Hollywood never met a good idea it didn’t want to squeeze a sequel — or 15 — out of. The strategic red-carpet roll out for “Barbie” has already inspired themed dressing at premieres and photo ops for films like “Wonka” (so many shades of purple) and “The Hunger Games: The Ballad of Songbirds and Snakes.” With movies like “Dune: Part Two” and the “Mean Girls” remake set to release this year, just imagine the possibilities. — Vanessa Friedman, fashion director, Styles

The ultraviolent Grand Theft Auto franchise’s next installment isn’t coming out until 2025. But a trailer released last month has received more than 128 million views — and has led to swirling debates about whether the teaser’s high-fidelity graphics will actually be representative of the game play. (Fans have also noticed that GTA VI, which is set in Miami, evokes the visuals of Grand Theft Auto: Vice City, its 21-year-old predecessor heavily inspired by South Florida.) Buckle up for lots more discourse now that thirsty gamers’ attention is piqued. — Mike Isaac, technology reporter, Business

Low-to-no-alcohol beverages are now a fixture at restaurants, bars and even clubs. The focus on virtuous drinking, however, may be inviting new vices: hard sodas, for instance, or heavily caffeinated lemonades. It has been almost 15 years since the company behind Four Loko stopped producing the caffeinated alcoholic drink. Would it be so surprising if that anniversary was used to launch a comeback? — Dani Blum, reporter, Well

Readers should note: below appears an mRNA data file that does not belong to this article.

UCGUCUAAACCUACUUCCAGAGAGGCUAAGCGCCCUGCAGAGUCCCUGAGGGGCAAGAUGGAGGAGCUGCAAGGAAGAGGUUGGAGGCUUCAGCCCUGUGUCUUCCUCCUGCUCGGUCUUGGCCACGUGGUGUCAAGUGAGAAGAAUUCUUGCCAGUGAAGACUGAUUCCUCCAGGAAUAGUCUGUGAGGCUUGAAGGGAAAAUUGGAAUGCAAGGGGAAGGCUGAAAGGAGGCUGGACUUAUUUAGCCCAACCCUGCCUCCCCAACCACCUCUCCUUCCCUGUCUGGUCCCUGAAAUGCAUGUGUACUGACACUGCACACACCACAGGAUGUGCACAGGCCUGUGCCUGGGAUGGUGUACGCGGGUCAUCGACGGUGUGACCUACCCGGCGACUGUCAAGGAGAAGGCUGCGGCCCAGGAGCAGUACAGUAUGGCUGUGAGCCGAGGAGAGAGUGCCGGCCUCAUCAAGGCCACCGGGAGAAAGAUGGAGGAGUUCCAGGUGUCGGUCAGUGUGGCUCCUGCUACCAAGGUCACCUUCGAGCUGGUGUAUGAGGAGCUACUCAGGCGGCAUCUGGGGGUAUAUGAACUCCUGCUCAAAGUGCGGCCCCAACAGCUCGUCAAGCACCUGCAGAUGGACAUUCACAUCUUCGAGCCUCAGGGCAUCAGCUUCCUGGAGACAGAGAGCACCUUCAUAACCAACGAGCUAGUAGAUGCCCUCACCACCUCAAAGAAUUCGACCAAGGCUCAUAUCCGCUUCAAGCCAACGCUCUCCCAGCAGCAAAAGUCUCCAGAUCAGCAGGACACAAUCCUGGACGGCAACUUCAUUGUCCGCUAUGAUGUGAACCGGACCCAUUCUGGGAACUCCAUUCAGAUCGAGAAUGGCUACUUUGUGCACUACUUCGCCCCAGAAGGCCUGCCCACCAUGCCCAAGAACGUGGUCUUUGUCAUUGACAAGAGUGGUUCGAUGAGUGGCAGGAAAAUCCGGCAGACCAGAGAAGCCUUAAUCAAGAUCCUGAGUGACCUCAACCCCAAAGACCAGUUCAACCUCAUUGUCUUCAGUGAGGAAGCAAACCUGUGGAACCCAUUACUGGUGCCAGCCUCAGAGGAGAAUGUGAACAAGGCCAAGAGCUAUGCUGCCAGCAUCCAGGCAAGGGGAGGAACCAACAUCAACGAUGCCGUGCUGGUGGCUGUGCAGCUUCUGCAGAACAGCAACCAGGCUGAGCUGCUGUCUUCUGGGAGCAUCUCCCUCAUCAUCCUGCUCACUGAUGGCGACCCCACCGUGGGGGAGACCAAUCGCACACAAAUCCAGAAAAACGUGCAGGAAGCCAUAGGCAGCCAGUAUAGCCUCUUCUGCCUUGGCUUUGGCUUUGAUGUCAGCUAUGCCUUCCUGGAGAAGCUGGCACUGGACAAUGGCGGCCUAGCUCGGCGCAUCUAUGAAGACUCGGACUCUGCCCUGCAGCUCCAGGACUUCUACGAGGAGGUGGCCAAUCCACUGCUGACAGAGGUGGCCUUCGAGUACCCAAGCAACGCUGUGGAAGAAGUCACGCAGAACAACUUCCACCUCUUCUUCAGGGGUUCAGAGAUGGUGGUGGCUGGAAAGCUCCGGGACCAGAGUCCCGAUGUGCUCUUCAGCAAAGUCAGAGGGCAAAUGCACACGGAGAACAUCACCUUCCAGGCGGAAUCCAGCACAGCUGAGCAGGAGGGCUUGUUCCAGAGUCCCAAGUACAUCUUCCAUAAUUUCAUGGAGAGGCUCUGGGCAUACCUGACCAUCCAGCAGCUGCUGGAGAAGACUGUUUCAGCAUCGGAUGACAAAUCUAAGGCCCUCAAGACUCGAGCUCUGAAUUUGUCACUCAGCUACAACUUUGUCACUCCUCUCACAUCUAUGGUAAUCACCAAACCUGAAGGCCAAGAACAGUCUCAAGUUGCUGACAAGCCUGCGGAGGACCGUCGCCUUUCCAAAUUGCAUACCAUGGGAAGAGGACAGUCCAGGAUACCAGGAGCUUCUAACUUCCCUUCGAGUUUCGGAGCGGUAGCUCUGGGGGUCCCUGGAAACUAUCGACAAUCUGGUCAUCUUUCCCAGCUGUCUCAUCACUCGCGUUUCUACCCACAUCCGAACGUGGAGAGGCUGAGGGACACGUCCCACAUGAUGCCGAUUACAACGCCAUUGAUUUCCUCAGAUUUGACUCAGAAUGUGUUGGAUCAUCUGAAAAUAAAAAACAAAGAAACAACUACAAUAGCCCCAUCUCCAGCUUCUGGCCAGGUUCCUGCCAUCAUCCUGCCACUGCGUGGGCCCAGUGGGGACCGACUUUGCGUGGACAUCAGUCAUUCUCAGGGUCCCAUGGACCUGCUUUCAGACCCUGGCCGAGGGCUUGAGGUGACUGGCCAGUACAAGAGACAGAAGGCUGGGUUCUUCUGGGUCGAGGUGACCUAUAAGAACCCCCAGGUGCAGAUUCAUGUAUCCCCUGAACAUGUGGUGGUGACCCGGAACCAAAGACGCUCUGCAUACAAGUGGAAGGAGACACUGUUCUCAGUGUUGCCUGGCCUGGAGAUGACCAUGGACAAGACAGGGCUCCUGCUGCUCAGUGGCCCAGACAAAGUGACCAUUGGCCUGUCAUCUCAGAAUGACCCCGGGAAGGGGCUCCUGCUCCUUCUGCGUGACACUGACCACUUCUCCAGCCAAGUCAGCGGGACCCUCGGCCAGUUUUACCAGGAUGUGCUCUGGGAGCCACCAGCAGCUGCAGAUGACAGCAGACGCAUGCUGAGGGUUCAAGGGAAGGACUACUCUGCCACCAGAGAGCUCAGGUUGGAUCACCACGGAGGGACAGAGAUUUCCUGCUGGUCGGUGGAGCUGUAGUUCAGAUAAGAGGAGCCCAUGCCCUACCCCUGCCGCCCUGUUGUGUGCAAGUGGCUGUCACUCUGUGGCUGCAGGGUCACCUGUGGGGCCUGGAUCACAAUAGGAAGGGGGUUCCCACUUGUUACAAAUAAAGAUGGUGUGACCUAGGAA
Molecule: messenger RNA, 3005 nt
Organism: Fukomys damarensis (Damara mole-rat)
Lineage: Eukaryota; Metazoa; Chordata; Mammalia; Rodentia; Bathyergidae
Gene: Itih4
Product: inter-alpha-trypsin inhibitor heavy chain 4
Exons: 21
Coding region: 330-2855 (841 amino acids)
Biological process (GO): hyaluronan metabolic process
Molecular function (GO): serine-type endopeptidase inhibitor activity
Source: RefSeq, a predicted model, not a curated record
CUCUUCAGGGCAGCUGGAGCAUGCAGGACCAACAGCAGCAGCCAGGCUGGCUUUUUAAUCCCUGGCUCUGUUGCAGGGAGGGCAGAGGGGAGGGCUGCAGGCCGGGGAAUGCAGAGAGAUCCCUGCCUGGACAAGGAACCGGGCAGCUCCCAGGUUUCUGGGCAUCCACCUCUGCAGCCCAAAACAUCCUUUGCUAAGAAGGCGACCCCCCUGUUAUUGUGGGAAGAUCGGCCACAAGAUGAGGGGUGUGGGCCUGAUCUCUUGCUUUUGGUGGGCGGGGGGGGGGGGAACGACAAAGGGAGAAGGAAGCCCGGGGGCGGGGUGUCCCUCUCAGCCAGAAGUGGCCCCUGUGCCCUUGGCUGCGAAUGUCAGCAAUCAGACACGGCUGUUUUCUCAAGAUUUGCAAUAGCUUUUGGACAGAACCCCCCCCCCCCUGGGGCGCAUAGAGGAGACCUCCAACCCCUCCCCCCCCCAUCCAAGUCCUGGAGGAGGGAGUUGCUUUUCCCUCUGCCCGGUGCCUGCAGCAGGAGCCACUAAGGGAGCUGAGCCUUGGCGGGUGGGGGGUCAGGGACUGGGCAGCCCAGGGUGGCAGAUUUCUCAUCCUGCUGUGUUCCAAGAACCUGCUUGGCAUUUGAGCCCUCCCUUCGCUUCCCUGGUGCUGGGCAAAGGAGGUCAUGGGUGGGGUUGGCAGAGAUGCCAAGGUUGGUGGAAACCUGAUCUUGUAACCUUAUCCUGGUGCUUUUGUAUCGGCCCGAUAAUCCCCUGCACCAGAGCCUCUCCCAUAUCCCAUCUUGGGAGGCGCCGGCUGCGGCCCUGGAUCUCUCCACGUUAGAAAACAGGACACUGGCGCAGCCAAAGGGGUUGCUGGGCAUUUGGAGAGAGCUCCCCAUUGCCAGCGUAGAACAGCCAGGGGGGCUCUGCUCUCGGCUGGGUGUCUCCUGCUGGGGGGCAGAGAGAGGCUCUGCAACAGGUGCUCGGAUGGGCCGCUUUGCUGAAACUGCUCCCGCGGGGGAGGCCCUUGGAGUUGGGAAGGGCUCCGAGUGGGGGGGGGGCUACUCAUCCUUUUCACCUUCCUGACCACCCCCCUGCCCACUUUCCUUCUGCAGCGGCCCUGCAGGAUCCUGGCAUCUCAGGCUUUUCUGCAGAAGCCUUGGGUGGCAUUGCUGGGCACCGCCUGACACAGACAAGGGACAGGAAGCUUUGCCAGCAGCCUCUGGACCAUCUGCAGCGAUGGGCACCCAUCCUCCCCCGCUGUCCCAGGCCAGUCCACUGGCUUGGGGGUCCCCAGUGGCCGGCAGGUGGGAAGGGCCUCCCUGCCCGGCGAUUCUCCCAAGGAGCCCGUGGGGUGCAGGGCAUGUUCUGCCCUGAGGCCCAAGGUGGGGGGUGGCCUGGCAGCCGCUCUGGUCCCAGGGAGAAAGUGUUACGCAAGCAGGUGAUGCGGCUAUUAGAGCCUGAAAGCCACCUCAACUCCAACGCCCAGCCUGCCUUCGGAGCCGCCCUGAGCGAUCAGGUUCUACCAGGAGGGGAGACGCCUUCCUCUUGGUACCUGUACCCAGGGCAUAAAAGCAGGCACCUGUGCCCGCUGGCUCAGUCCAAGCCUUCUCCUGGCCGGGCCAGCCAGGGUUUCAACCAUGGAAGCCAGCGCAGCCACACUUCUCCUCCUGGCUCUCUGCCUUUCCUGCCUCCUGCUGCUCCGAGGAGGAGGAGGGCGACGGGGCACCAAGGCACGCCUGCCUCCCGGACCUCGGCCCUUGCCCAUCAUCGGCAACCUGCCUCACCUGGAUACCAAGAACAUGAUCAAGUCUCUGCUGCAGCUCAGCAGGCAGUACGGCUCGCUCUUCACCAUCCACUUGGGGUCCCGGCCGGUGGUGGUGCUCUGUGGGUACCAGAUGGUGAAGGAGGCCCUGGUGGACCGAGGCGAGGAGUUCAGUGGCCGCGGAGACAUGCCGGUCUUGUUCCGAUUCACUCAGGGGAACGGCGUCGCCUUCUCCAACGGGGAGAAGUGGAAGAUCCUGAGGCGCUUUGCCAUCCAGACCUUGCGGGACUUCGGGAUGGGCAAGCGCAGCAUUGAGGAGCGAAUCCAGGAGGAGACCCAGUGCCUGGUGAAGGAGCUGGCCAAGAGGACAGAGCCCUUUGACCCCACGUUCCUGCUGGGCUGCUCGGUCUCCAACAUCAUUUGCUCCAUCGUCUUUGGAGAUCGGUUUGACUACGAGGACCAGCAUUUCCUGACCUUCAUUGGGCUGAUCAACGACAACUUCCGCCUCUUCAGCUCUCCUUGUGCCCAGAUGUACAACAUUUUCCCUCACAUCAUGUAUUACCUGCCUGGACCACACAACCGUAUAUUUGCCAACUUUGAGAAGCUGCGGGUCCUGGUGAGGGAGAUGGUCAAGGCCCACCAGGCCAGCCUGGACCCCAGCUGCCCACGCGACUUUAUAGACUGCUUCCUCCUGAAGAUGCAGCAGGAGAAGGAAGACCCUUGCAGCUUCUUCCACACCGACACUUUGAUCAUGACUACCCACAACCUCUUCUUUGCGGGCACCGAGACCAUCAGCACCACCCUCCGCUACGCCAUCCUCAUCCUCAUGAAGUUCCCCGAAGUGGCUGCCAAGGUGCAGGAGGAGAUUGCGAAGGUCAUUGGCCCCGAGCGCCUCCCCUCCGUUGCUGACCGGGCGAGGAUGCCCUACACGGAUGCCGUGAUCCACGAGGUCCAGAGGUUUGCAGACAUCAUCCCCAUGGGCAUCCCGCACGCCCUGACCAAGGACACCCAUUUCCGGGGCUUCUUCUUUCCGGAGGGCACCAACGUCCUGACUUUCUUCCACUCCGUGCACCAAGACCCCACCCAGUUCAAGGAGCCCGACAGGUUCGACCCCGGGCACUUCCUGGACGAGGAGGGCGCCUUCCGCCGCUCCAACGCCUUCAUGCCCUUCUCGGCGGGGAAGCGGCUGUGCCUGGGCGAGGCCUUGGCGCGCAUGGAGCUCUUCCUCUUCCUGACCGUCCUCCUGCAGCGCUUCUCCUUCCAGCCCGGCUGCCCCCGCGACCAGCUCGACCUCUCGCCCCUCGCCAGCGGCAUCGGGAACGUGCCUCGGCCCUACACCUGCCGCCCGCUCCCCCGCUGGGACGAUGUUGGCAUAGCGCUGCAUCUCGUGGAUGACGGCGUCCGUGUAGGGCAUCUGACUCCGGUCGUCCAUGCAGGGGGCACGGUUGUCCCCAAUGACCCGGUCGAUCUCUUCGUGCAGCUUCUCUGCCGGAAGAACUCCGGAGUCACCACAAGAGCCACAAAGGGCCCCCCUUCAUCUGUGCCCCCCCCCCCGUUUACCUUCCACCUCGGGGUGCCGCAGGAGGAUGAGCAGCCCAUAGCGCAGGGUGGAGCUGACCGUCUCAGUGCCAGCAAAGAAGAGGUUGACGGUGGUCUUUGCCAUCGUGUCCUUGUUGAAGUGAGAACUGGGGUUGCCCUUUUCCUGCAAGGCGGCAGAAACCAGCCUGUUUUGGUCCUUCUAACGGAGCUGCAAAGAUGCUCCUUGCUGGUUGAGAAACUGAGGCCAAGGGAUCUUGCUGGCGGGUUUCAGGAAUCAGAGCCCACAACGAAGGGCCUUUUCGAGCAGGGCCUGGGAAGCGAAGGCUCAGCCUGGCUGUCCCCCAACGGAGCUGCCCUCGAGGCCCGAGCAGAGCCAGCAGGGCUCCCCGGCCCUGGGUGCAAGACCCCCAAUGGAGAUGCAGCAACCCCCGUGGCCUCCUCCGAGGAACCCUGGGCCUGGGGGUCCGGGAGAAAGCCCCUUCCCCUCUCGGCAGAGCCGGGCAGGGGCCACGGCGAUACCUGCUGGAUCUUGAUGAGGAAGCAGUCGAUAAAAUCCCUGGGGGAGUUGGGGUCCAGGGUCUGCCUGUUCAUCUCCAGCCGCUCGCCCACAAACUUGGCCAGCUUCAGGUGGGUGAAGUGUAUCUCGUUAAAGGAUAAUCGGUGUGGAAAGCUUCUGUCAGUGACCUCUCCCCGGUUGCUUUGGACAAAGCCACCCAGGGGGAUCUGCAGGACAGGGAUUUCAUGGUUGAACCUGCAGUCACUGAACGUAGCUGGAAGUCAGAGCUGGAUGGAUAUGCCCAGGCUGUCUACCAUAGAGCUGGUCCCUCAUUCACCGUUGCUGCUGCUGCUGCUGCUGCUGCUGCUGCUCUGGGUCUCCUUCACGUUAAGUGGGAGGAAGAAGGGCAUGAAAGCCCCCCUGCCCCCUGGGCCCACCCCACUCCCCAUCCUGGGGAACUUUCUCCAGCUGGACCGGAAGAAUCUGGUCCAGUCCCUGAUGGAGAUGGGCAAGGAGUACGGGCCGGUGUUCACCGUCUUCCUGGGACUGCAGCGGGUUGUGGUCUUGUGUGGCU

The explosion of girlhood online over the last year — girl dinners, girl math — was, in a way, about the culture-shaking, market-moving effects that can come from forces often seen as unassuming. Could it give new relevance to the butterfly kiss, another little, silly thing with surprising potential? The butterfly effect tells us that seemingly tiny events can have colossal, unpredictable effects on far away places and in far away times. Who knows what butterfly effects a year of fluttering eyelashes could yield. — Emma Goldberg, reporter, Business

ASAP Rocky appeared in a new Bottega Veneta ad with blitzed-out nails. Drake had his painted a neutral color in a recent Nike campaign. And over the past few years, Harry Styles, Machine Gun Kelly, Lil Yachty and Tyler, the Creator, have all launched nail-polish lines. Men, famous and not, have been painting their nails for centuries. But the practice’s recent ubiquity suggests male manicures are poised to have a larger cultural moment. — Christy Harmon, photo editor, Styles

Molten chocolate cake — or chocolate lava cake — has been harder, but not impossible, to come by since it haunted restaurant menus in the 1990s and 2000s. But in a presidential election year, when some will be driven to seek comfort and others driven to hedonism, few desserts seem more ripe for a comeback than this classic, warm, chocolaty and indulgent confection. — Anna Kodé, reporter, Real Estate

As Gen-Zers have basked in the glow of youth, they’ve also told older generations that everything they do is embarrassing. (Two words: OK, Boomer.) That attitude may catch up with them now that Gen Alpha, a younger cohort, has arrived online. The new kids are already mocking terms embraced by Gen Z: “It’s not even funny how out ‘slay’ is,” one Gen Alpha member said on TikTok. Some members of older generations are ready for the skewering. “Watching Gen Alpha come for Gen Z is gonna be the highlight of my Millennial life,” a commenter responded. — Callie Holtermann, reporter, Styles